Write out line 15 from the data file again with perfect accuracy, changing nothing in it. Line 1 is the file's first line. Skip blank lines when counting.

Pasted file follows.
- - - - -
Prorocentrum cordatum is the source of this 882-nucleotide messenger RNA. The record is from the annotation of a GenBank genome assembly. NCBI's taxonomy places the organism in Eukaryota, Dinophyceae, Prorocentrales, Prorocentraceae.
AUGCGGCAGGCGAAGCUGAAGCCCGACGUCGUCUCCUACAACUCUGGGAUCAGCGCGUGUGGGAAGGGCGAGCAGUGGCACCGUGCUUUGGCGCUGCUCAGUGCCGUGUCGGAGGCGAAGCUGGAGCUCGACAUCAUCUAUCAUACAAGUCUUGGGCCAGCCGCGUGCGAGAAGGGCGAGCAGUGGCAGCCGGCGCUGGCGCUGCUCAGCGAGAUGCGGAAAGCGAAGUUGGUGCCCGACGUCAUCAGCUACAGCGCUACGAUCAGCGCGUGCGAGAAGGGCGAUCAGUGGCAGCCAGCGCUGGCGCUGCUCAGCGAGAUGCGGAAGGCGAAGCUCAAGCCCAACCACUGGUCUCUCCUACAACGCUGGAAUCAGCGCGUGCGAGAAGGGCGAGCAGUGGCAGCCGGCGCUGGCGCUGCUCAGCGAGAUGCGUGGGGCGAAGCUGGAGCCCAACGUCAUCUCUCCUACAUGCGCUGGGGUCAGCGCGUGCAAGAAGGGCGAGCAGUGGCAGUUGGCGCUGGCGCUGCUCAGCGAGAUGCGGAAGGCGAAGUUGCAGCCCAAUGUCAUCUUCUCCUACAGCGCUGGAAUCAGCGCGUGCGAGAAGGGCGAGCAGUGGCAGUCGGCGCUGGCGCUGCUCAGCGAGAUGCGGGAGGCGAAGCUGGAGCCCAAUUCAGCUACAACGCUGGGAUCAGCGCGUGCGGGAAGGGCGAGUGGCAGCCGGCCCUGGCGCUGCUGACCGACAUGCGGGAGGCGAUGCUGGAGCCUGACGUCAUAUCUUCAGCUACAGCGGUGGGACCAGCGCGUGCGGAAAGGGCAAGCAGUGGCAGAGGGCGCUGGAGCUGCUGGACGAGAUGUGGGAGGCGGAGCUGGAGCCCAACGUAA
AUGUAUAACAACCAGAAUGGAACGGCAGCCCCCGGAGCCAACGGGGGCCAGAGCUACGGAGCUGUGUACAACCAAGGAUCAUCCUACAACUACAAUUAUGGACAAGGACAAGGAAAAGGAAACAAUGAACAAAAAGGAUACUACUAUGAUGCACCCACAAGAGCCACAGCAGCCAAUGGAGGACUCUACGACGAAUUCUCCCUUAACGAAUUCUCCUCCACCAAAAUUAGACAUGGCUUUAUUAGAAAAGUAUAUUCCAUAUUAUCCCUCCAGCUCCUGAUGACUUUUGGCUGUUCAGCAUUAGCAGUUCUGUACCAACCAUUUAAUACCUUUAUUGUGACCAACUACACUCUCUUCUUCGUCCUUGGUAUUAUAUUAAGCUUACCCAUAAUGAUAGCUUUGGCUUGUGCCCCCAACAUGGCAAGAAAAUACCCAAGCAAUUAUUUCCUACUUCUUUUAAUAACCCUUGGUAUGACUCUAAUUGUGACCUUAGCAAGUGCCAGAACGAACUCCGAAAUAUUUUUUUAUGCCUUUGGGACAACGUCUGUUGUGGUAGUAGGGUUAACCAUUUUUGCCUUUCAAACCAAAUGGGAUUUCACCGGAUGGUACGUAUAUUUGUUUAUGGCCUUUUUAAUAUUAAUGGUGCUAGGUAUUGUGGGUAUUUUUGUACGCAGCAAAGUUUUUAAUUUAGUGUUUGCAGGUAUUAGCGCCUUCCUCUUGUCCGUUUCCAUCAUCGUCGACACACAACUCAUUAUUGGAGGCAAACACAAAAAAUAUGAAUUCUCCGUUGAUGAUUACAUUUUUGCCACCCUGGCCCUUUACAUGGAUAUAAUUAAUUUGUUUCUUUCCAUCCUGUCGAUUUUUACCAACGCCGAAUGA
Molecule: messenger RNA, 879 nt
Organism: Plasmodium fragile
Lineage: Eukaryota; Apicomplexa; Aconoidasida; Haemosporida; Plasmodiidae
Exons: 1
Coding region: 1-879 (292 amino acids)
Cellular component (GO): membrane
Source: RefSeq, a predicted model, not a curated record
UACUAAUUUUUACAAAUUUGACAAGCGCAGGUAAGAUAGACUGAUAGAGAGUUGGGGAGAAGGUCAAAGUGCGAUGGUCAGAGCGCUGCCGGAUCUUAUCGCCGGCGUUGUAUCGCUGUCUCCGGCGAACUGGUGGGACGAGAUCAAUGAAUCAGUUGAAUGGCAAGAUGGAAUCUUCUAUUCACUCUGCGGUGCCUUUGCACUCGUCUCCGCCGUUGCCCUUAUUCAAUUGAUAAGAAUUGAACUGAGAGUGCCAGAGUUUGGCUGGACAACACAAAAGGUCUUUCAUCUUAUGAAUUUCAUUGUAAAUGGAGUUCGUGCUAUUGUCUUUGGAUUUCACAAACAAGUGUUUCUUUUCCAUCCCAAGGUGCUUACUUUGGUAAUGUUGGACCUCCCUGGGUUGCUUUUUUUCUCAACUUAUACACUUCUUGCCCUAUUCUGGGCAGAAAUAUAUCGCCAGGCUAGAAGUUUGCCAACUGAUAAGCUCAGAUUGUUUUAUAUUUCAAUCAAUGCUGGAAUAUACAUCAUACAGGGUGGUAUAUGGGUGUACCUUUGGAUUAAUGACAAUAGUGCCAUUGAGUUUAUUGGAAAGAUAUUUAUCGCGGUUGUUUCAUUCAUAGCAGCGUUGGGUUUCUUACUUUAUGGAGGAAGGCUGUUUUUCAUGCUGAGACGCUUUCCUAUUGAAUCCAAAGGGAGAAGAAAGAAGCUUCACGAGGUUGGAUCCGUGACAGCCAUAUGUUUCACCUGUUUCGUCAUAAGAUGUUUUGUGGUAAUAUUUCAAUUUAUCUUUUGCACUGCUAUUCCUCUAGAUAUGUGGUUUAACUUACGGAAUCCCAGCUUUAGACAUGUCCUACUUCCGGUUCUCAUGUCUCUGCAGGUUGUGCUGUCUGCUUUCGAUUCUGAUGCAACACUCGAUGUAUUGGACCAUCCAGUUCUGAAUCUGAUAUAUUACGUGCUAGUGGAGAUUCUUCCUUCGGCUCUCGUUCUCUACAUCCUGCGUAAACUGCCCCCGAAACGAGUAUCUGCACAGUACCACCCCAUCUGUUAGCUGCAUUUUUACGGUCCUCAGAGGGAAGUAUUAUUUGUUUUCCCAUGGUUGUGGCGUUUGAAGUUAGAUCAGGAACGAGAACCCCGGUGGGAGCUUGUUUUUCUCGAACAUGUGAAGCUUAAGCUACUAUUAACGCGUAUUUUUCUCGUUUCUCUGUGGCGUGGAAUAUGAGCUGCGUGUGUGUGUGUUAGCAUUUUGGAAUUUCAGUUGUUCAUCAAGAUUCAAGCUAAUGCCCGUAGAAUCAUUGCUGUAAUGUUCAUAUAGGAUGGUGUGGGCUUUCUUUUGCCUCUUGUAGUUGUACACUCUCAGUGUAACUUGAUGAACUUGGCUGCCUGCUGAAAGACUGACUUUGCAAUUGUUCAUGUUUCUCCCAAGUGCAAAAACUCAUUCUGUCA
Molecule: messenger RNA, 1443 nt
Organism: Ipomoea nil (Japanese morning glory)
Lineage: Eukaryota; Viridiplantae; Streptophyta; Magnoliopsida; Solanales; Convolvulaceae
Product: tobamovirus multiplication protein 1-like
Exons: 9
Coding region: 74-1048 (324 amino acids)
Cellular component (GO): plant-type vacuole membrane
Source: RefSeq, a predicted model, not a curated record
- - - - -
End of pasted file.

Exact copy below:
Product: tobamovirus multiplication protein 1-like